Hey Howdy Hey

Holy shit have I been inconsistent with this thing of late. And by “of late,” I obviously mean “the last 2 months,” and by “inconsistent” I obviously mean “consistently not posting at all.”

So what is new? Not a whole lot, I guess. I have a write up of our vacation to Kentucky Lake saved as a draft that still needs finishing, and I also still need to get the images from everyone else’s cameras before posting it.

I’ve been doing as much fishing as possible. Had some luck on some new baits. I’m in a place now where I am kind of petered out on largemouth and have been getting to the river as much as possible, but, the subject of new baits, new techniques and new species is deserving of it’s own write up, one that I will, admittedly, probably never get around to.

The biggest news is the puppy. We are fostering a puppy through One Tail At A Time. Her name is Mallory, she is an absolute sweetheart and things, so far, are going splendidly. We all are getting used to living with each other. The cat has stopped hiding for the most part. A semblance of routine is beginning to form and, most importantly, my previously held experiences and assumptions about dog ownership are being shattered. Last night when I got home from an annoying day, I sat on the couch, Mallory jumped up next to me, put her head in my lap and stayed put for an hour. I just sat there watching Gilmore Girls with my wife and pet the dog. For an hour, she just laid there and absorbed my crabby mood like a sponge via petting. My previous plans to take a hot bath and drink a beer to unwind went completely out the window. Had no interest in getting up and spoiling the moment. So I didn’t. And it was awesome.

I hope things continue to go well with Mallory. She is a very chill, very affectionate and very cute.

Just like me.


Posted in Blorg & Interweb, Fishing, Life Happens | 3 Comments

Puppy Day

We are getting a dog today. A puppy, to be more specific. By “getting,” what I really mean is that, we are going to foster the dog for 2 weeks to make sure she gets along with us (wife, daughter, cat and me) and that we get a long with her (beautiful cattle dog mix) and if we are all sympatico at the end of the 2 week foster period, we are adopting her.

I have never had a pet dog, and this is all very exciting for me. I only wish that instead of being at work I were able to be home when she gets dropped off so I could help my wife and daughter with what I am sure is quite a large task of acclimating a puppy to new people and surroundings, but my wife grew up living with hundreds (ok that may be an exaggeration) of pet dogs and has enough experience working in animal hospitals that I know she is ready for the task.

Anyway, with warm weather and fishing season upon us and with us getting a puppy, I will somehow have even less time to post things on here which, of course, is almost impossible, but, hey. Life. Whatever.


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I never have time for anything these days, which explains why I haven’t updated here in a long fuckin’ time. So, instead of devoting time I don’t have to the posts I want to do (I honestly have a handwritten list I add to whenever I get an idea), I am just going to rundown what has been going on for the past however long.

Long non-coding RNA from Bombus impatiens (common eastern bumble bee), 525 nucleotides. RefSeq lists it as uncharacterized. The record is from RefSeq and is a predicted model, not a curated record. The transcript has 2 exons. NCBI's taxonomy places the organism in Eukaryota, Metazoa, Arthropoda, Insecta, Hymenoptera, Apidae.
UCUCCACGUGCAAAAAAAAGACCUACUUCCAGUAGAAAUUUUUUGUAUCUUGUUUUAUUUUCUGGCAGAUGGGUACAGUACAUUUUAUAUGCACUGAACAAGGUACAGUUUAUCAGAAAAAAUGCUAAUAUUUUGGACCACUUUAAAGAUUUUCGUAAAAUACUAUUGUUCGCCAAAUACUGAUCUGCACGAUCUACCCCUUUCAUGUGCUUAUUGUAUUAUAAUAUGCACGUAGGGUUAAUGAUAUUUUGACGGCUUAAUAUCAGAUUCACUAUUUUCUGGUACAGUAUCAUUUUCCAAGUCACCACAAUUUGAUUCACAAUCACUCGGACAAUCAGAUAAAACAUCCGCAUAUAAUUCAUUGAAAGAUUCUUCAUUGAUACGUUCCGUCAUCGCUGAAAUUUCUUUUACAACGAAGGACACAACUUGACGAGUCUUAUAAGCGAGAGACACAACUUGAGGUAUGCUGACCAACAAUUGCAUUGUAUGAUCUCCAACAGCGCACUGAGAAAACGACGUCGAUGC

Fishing has been good. The pond has been producing, and not just for me. Grace and I have hooked and landed some nice largemouth, and she is not timid at all about handling them, which is nice to see.  She still needs a lot of practice playing and landing bass, but she seems to genuinely enjoy fishing, which warms my heart.

Speaking of the pond, I have been stopping to fish it in the mornings on my bike ride in to work. How’s the bike riding going? Well, it’s going well. I rode in every day last week, which is about 50 miles. Probably closer to 55 when you add in the random rides I took on my lunch breaks when the mood struck me. The pannier has held pretty well so far, and I have not had any major catastrophes besides a flat tire since the great rim-cracking of 2012. Enjoying riding more and more each day, look forward to taking a long-distance ride at some point, if I ever find the time. I’ve been using a site/app called Strava to track my rides, and it is real nice. It allows you to block off certain segments of your rides and gives you time, distance, elevation change and average speed for those segments, so now I know the big hill outside my apartment complex is a 91 foot elevation change at a 6% grade and my best time going up it is 1:50 at 9.4 miles an hour.

As I recall, I couldn’t walk for a few hours after doing that, too.

Speaking of Apps, Turntable.fm, a site which I have been a fan of for a while now, has finally released an Android app, and it is surprisingly good. If you are unaware with Turntable, I will spare you the details of what the site is and recommend you go check it out for yourself, as it is a great way to listen to music. The Android app sacrifices a few things that you can do on the website, like song previews and viewing the list of what has been played in the room, but overall the features are pretty closely in line with the website version of the service. I’ve encountered some buginess and crashing, but not anymore than any other new app.

I don’t have a segue into the portion of this post that relates to TV, and I am also tired and should go to bed, so here is a few sentences about a few shows.

GRIMM: This show has been a pleasant surprise. The season ended on a bit of an eyeroll, and the show in general could do with a lot less CG and police procedural, but in the end the show has created characters I actually want to sit down and watch each week, and that is a lot more important.

SHERLOCK: Yo…you should watch this show. It is really good. It’s got a British X-Files vibe to it. Not just in a “monsters/government conspiracy” sense, but, more importantly, in tone and in the dynamic relationship between the main characters.